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[p. 149]

Krinki – An “Economic Ruin”

“Krinki had once been a town where people could easily make a living”, wrote Reb Khezkie Mishkovski, the last rabbi of the shtetl, in 5689 [1929] to his compatriots from Krinki living in Chicago, USA. “Now it is completely ruined, unemployment is high, the masses have become disheartened and the town is devoid of all signs of life: the factories became abandoned ruins, memorials to bygone years. Clouds of deep worry furrowed everybody's countenance, as it is said in the Book of Lamentation [Hebrew citation].

“The tanneries are closed in our town. The families of the workers have long been suffering from hunger because of the unemployment”, describes a report on Krinki in the Bundist weekly Grodno Echo, on March 7, 1930. “Last week several hundred unemployed people demonstrated on the street, and they went to the city hall to demand aid.”

Dynamism And Mutual Aid Initiatives

The energetic Jews of Krinki who were usually full of initiative and were veterans of social fighting were not watching idly their painful distress and the harsh persecutions.

The tanners studied and examined the tastes and the demands of the internal market in Poland and started to produce a new, more elegant, thicker and whiter type of leather from calfskin to increase production and sale. The Craftsmen's Union started to prepare its members for the “master exam”, which was required of those who wanted to remain in their trade.

The coachmen demonstrated particular dynamism when they were in arrears and had nothing to drive their coaches with. They started to work as chauffeurs, founded two bus “spools” (companies) and established a modern travel connection with Sokolke, the nearest railway station to Krinki. Instead of bouncing in a cart or a stagecoach for long hours, often in rain or snow, one could “jump” those 22 kilometers from Krinki to the railway station quite comfortably. And later when the Poles were “smart” enough to “monopolize” the bus service (that is, they drove the Jews out of it), the former coachmen coped well with this, too: they took up trucks and developed a new trade in Krinki.

The “shopkeepers” established a mutual aid society to help each other in times of trouble, especially with a little credit to make sure that those who were hard up could breathe a little easier again. The tannery workers, who were the veterans of the professional militant movement in Krinki, maintained their association to ensure that it would support them in hard times – help them to avoid or delay dismissal from work, to find a new workplace, to protect the better working conditions that had been won in hard struggles, and to further improve the working conditions when the opportunity presented itself.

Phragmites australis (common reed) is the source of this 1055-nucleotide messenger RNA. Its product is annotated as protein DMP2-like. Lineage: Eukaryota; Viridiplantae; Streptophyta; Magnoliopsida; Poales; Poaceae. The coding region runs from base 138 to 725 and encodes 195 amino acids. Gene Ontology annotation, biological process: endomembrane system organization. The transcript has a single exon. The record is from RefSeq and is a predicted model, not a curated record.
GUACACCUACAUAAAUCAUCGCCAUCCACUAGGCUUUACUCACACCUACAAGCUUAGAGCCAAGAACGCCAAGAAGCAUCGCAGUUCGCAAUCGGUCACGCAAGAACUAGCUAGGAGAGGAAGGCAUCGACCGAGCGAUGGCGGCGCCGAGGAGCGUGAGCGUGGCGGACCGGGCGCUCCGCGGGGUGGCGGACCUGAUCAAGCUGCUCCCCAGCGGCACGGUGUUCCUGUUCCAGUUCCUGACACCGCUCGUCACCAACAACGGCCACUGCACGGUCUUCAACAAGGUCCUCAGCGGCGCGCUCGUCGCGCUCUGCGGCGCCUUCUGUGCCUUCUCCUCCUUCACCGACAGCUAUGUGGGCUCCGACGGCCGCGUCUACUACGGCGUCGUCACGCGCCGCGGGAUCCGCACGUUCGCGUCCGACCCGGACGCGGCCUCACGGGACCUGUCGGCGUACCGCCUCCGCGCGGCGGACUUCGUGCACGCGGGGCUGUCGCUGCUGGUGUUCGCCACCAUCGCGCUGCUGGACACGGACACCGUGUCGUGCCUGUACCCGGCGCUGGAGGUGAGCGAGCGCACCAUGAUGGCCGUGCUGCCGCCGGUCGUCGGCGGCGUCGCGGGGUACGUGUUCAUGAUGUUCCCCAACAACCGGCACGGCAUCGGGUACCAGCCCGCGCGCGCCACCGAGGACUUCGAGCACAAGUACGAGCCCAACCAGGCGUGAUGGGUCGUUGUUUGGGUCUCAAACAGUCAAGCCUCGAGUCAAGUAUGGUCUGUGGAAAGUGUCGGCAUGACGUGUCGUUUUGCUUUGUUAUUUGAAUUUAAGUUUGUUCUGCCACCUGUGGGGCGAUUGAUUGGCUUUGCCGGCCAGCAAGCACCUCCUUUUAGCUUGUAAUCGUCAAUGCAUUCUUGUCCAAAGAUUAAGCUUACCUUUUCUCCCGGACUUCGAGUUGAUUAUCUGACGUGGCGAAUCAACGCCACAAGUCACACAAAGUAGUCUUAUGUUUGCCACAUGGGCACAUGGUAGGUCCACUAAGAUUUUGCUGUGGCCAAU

In the most bitter times the Jews of Krinki, just like our brethren the sons of Israel in Poland in general, took the initiative in creating societies and institutions of mutual aid the most important function of which was to provide credit and charity. The Jewish cooperative, the “People's Bank”, or the so-called little bank, which had been founded in Krinki back in 1912 by the social activist of the time, Yakov Leyb Zaleski, carried out an especially important activity. With its modest loans granted on accessible conditions, it saved from downfall many Jews from the common strata, shopkeepers, artisans, and other oppressed toilers.

[p. 150]

The charity offices developed a prime rescue activity – literally the rescue of souls – in the shtetl by giving small loans without interest, without the fee for an official stamp, which people could get anew any time after they paid up their previous debt.

In the 1920s two workers' production cooperatives were founded with the help of the Yiko society, one for tannery workers and the other for fullers. In 1919 there was also a workers' and artisans' consumer cooperative.

kry150.jpg - The Charity Committee
The Charity Committee, its activists and personnel:

Herb Mishkovski, Matus Tarlovski, Sh. Feyvl Nisht, Lipa Kviat, Hanukh Yaglom, Eyzik Neyman,
Epfraim Eli Rodi, Meylekh Likhtshteyn, Meylekh Zalkin, Orke Shimer, Moyshe Ekshteyn.

[p. 151]

The Jewish Public Life

Social Competition

Vigilance and Activity

The daily social life of the Jews of Krinki reached its full bloom during the interwar period. The representatives of the basic trends and parties of the Jewish public in Krinki were active in local politics, in the town council, and in Jewish communal matters, namely in the community council, which had a say first of all in the affairs and needs of the religious institutions and had a significant influence in financial matters, and in education and social help as well.

As to religious life – and we will talk about it more in detail on the coming pages – the rabbinical seat of Krinki was occupied by a rabbi who was a great Torah scholar and a prominent personality. Reb Khezkie Yosef Mishkovski, may the memory of the tsadik be blessed, was a passionate Palestinophile (i.e. supporter of Jewish emigration to Eretz Israel) and a tried and tested activist in public, whose reputation went far beyond his rabbinical seat.

Krinki also had a well-respected yeshiva, the “Beyt Yosef,” for the youth, and there were a number of study groups for grownups and young people. Later the younger strata organized a Tiferet Bakhurim society for studying the Tanakh, “Eyn-Yakov” and the like. Religious education was completed and modernized by the creation of the so-called cheder haklali (regular cheder) and there was also a “Beys-Yakov” school for girls.

Ideologies and Political Currents

All major movements of contemporary Jewry were active and competed with each other on the social scene of the town. On one end of the ideological spectrum were those who considered the “keeping of the mitsvot” (commandments) the main constituent and essence of Jewish life. They believed and hoped that the worship of God would protect the Jewish people from trouble and from the evil decrees and bring about the coming of the redeemer, even if he tarries. On the other end of the spectrum there were those, among them some workers and youth, who believed in a radical upheaval, in the style of the Bolsheviks and the Yevsektsiye (the Jewish section of the Soviet Communist Party), which would bring complete salvation to all the working people, including the Jews.